Throughout these stories, it is clear that place names were liable to change.  Many of those used do correspond to the names on maps, but many don't.  The headland on the north west side of Kintra, for example, was recorded by the Ordnance Survey as Sròn an t-seann bhaile (the nose-shaped headland of the old township), but by the twentieth century, it was known locally as Rubha Dubh (dark headland).  What the map makers noted as Port Aonarach, was – and still is – called Port Nois.  There were local names which never featured on maps, and it's striking how many of these contained personal names.  From Tom Aitchieson's map of Kintra, we have Tòrr Mòr Iain Dòmhnaill (the big hill of Iain, son of Donald); Dàil Iseabail (Isobel's field, named after one of two sisters who ran a shop near Kintra); Cnoc Annaig (Annie's hill, again named after a local woman); and Maol Iain Mòir nan Trosg (the rounded hill of Big Iain of the Cod, a man who was famous for drying fish there!) 

Sometimes the area covered by a name has changed, as in Conarst on the south coast which seems at one time to have referred to a much bigger expanse of ground than it does now.  The name Creich, on the other hand, referred to a smaller area than it does today.  When the Ordnance Survey maps were created, there was almost no evidence of English-language names – one of the few was Livingston's Rocks – but inevitably, these have become more common as Gaelic has declined.  Names like Campbell's Croft and the Cottar's Cottage seem to have been coined directly in English, even though the families who used them did speak Gaelic.  At some point, Fionnphort became Finnafort, Poit Idhe became Pottee, and Ceann Tràgha became Kintra.  An Caolas (Sound of Erraid) is often given in its English form, The Narrows.  And of course, today we all use a mix of Gaelic and English all the time without thinking about it, in names like The Beinn (given on the map as Beinn Chladain), The Dalaharra Gate (the middle bit from Dàil a' Charraigh) and The Pottie Road End – quite an important place nowadays, but not given, as a name at least, on any map.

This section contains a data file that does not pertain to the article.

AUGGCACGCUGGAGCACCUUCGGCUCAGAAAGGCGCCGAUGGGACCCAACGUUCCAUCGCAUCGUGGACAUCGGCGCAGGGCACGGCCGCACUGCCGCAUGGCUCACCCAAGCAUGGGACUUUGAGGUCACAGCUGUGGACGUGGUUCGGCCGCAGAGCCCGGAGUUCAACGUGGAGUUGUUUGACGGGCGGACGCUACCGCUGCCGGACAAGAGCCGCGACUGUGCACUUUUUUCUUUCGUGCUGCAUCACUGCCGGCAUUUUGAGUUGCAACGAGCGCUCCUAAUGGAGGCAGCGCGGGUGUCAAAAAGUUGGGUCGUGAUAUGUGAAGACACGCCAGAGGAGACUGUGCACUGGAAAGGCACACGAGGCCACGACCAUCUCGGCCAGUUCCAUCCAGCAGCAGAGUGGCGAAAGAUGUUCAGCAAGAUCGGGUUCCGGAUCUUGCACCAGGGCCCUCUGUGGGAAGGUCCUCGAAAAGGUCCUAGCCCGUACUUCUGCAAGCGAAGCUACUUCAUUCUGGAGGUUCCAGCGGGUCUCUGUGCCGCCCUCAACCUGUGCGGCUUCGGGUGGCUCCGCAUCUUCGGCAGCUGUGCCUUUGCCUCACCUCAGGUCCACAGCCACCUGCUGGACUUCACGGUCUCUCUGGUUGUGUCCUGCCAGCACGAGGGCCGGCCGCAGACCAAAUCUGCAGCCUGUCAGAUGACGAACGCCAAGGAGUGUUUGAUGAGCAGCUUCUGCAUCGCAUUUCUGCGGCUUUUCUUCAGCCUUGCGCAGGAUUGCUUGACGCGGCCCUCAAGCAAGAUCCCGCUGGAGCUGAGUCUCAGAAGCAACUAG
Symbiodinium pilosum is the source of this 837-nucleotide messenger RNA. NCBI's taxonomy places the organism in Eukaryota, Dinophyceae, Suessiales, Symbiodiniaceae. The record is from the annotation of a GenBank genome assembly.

Local voices, past and present, transform the two-dimensional map, fixed in time, into a living, changing artefact.  Given their importance, it would be fitting to let a local, Gaelic-speaking (and long gone) voice have the last word.  Click on the link  to hear Donald MacFarlane who lived at Deargphort in retirement, and was known locally as Dan Dubh.  He was a great story-teller.  In the clip, he talks of a man called Alasdair MacLùcais, who lived in Fionnphort, and who would go at night with his sister to the hill called Sìthean Riabhach beyond Ardfenaig Moss.  The pair would enter the hill and dance all night with the fairies – but they would be careful to take a cockerel with them, and as soon as it crowed in the morning, they would know to leave the hill, lest they got trapped there for ever.  In the recording, Dan says, 'Tha mi cho eòlach air an àite sin 's a tha mi air far a bheil me an ceartair'/'I'm as familiar with that place as I am with where I am just now'.  Then, just before the recording is cut off, the beginnings of a chuckle can be heard, encapsulating something of Dan's great character.

Dr Eleanor MacDougall PhD

Photo below of Eleanor being interviewed by Andreas Wolff for a BBC Alba programme called An Là.

The Ross of Mull is an extraordinary microcosm of all that draws visitors to the Hebridean Islands. The scenery, as you travel along the single-track road from the ferry at Craignure is breath-taking. You experience in the many walks in the area a true sense of wilderness; the secret bays with their beaches of silvery sand, the abundance of wildlife and the innumerable marks on the landscape of the lives of past generations and communities long gone. The Ross of Mull is a compelling place for anyone fascinated by history and the ancient way of life of the Gaelic people.